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Colloquium: Ksenia Ershova

January 27, 2023 @ 3:00 pm - 4:30 pm

Speaker: Ksenia Ershova (MIT)

Title: The nuanced typology of syntactic ergativity: Insights from parasitic gaps in Samoan and West Circassian


Syntactic ergativity is broadly defined as the sensitivity of syntactic rules to the distinction between subjects of transitive verbs (= ergative) on the one hand and objects of transitive verbs and subjects of intransitive verbs (= absolutive) on the other hand. The most commonly discussed syntactic ergativity effect – the inaccessibility of the ergative agent for wh-movement – is widely associated with high absolutive syntax, wherein the absolutive case-marked nominal moves to a position above the ergative agent and intervenes for ergative extraction. While deriving the ban on ergative movement from a single parameter (all high absolutive languages disallow ergative extraction), these accounts rely on stipulations that are not extendable beyond the small set of languages they aim to describe. In this talk, I present an alternative account of the interaction between high absolutive syntax and ergative extraction which, while creating a broader predictive space for how high absolutive languages are expected to behave, utilizes a minimal syntactic toolkit that is widely applicable outside of the realm of ergativity: ergative extraction is blocked if the absolutive argument moves to the outer specifier of the same maximal projection which hosts the ergative agent. The account relies on basic notions of structural domains and locality and correctly predicts a more nuanced typology of syntactically ergative languages: some languages display high absolutive syntax, but do not block ergative extraction, while in others, absolutive raising creates an intervention effect. I support the analysis with evidence from an unusual diagnostic – parasitic gaps – in two syntactically ergative languages: Samoan and West Circassian.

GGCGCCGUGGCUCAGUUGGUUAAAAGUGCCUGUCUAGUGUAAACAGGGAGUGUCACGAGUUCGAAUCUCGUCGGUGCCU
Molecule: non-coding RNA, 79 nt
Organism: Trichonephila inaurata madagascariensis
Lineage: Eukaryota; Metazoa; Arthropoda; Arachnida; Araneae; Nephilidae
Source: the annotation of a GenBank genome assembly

January 27, 2023
3:00 pm - 4:30 pm


18 Seminary Place, Room 108